Oil prices rebounded on Tuesday from recent sharp losses as investors tracked rising stocks in cautious deals before a US interest rate decision and on the eve of OPEC's latest production meeting.
In midday trading, the price of Brent North Sea crude for delivery in January added one dollar to $108.26 a barrel.
New York's main contract, light sweet crude for January, advanced 74 cents to $98.51 per barrel.
Crude futures had fallen sharply on Monday as investors worried over weaknesses and unanswered questions in last week's European Union summit deal to rescue the eurozone and shore up the European economy.
"Today, crude oil prices are correcting higher with Brent near $108 and WTI above $98 per barrel, rebounding strongly from yesterday's sharp losses," said Sucden Financial Research analyst Jack Pollard.
"Eurozone news flow is thin on the ground whilst European equities are posting modest gains.
"We expect trading to be fairly cautious ahead of US retail sales, the Fed meeting this evening and OPEC meeting tomorrow, with crude prices likely to be confined to a fairly narrow range."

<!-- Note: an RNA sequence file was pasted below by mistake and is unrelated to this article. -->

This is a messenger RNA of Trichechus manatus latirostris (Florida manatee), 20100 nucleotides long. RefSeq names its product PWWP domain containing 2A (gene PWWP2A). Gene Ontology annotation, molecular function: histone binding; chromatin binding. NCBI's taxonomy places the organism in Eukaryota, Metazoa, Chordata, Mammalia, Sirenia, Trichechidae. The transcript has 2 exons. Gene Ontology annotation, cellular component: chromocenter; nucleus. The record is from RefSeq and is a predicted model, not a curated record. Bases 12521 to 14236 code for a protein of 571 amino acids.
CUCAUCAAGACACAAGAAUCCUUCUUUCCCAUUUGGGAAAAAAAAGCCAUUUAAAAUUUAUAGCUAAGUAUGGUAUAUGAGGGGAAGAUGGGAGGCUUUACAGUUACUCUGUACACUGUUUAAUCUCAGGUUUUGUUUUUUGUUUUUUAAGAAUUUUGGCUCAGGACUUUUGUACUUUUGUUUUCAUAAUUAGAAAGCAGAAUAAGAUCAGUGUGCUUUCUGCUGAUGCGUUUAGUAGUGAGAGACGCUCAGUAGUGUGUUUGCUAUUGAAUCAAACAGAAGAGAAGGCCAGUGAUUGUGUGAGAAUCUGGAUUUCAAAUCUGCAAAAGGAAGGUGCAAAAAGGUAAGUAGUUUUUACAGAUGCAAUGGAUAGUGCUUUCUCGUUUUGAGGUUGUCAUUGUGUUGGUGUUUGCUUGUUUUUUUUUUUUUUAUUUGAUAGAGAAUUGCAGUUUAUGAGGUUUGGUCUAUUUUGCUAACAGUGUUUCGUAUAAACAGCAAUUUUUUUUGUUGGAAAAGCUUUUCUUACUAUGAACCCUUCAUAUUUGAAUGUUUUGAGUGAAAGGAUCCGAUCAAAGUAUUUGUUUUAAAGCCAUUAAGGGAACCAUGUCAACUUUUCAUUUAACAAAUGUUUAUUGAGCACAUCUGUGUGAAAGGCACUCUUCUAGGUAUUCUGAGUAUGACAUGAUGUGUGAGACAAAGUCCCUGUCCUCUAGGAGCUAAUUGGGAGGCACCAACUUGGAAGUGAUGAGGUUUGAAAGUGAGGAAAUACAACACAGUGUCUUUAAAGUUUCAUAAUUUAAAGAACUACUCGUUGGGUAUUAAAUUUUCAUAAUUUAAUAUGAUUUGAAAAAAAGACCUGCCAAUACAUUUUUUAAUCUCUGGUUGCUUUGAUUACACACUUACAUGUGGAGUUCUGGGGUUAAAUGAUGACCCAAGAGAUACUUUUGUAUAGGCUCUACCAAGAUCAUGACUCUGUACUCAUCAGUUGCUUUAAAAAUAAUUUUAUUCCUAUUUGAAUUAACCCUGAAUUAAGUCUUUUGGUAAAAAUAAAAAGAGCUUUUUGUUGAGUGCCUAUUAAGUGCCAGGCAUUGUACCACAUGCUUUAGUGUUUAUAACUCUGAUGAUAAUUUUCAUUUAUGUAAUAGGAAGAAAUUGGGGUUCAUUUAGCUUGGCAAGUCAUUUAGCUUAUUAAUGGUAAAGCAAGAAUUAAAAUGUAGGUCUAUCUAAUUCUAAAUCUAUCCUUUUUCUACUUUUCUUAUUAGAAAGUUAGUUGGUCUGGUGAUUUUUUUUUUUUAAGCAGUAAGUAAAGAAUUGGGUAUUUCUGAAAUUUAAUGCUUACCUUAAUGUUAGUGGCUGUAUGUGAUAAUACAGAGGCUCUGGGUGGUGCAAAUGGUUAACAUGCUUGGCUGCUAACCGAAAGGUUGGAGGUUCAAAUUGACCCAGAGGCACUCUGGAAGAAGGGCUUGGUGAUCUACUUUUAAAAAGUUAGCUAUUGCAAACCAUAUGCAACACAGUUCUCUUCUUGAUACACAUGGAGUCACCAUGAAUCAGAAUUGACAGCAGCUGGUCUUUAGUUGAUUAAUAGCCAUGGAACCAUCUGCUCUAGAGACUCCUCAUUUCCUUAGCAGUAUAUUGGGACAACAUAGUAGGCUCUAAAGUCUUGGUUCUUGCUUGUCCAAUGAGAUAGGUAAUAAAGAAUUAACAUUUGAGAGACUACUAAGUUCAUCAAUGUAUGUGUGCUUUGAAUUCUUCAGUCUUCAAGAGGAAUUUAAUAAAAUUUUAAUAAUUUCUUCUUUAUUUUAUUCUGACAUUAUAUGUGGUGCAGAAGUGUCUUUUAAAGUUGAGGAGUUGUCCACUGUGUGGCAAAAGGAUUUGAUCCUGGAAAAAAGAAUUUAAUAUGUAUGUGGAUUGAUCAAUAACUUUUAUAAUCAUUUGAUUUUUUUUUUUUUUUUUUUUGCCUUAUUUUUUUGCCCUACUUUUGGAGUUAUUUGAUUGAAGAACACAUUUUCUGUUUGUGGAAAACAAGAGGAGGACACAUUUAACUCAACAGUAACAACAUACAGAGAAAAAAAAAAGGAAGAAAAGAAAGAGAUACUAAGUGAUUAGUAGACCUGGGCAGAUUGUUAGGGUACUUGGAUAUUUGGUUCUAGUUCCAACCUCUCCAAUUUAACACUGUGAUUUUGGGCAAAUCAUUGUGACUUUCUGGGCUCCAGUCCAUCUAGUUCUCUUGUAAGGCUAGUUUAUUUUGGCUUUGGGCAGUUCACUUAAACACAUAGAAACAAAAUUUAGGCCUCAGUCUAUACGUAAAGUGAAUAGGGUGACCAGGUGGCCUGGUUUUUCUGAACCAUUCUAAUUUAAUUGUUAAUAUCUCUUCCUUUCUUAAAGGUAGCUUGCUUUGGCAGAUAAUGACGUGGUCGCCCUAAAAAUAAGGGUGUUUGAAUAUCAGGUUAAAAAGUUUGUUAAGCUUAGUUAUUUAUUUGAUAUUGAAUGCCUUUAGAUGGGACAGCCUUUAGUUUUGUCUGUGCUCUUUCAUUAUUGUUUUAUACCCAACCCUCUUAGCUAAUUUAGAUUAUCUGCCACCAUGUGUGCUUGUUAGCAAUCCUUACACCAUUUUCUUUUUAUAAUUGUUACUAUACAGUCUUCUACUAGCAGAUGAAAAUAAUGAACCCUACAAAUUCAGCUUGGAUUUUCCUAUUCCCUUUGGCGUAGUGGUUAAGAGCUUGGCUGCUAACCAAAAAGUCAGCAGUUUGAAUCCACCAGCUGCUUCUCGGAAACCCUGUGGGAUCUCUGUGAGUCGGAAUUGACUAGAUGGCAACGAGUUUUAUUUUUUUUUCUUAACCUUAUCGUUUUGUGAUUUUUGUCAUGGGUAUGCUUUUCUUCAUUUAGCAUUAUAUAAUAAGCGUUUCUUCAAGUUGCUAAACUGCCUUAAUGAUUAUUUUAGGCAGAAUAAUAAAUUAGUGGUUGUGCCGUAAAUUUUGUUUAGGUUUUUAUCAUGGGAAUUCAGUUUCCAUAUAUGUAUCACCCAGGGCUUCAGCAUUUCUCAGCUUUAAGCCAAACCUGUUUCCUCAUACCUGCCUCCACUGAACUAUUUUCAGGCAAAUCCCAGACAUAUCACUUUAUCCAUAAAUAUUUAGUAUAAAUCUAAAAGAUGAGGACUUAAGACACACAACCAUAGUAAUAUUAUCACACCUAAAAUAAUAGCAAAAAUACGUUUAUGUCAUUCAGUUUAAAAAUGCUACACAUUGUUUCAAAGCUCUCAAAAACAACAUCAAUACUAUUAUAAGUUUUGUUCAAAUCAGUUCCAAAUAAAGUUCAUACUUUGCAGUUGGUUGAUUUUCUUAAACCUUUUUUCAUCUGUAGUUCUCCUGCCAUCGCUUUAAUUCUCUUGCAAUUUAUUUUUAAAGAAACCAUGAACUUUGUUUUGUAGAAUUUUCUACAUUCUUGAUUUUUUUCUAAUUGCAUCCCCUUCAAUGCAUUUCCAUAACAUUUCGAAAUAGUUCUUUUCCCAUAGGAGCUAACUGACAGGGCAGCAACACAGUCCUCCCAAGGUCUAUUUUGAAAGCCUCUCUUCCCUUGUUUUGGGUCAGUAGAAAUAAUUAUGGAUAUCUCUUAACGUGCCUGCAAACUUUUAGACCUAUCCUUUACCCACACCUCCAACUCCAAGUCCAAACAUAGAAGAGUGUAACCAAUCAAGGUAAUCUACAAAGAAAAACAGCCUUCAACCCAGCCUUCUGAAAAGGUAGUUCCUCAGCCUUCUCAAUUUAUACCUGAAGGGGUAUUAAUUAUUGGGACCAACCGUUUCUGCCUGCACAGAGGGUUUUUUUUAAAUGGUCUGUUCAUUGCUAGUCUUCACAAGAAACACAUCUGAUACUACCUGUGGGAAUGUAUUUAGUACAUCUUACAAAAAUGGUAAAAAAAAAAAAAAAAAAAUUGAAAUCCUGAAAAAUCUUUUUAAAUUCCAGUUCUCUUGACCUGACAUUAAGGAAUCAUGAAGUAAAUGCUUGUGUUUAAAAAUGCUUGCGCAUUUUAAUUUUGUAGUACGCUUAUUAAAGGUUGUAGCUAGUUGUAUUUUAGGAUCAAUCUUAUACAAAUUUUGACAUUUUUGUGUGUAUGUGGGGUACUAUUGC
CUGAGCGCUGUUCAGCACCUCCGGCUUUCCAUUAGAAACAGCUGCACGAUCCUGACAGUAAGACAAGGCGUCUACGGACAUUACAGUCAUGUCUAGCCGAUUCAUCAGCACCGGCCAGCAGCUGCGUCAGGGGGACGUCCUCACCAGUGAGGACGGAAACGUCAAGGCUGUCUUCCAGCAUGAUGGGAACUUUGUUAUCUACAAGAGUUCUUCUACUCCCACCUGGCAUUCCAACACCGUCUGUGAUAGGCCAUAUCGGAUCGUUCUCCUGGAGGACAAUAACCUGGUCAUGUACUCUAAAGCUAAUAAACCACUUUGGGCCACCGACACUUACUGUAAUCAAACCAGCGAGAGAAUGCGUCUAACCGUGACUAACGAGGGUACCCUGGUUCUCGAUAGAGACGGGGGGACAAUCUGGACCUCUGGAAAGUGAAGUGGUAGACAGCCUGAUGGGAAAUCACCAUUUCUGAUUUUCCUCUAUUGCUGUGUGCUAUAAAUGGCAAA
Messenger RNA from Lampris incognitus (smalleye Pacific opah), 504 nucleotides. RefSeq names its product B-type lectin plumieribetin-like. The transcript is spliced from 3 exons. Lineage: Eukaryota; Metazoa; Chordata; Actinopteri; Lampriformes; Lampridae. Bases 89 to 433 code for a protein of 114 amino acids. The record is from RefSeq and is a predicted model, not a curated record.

The US Federal Reserve is later expected to see keep interest rates near zero -- where they have now been for three years -- as it searches for other tools to juice the economy in the last monetary policy meeting of the year.
OPEC, meanwhile, appeared set to reach consensus over maintaining its official output quota at a meeting in Vienna, as data showed the cartel's crude production was at the highest level for more than three years last month.
Ahead of Wednesday's OPEC meeting, the cartel's president Iran said the Organization of Petroleum Exporting Countries would reach consensus over its latest output decision.
Kuwait's Oil Minister Mohammad al-Baseeri added that OPEC would likely keep its official production quota unchanged as the market was balanced and crude prices stable.
The 12-nation cartel must decide whether to change its oil production levels in the face of heightened Iran tensions, higher Libyan output and a weak economic outlook.
Analysts widely expect the Vienna-based organisation, which supplies a third of the world's crude, to maintain its official output target of 24.84 million barrels per day -- where it has stood for almost three years.
But with the International Energy Agency (IEA) estimating that actual OPEC production hit 30.68 million barrels of oil per day (mbpd) in November -- the highest amount in more than three years -- the cartel may decide to issue a statement promising stricter compliance with its quotas.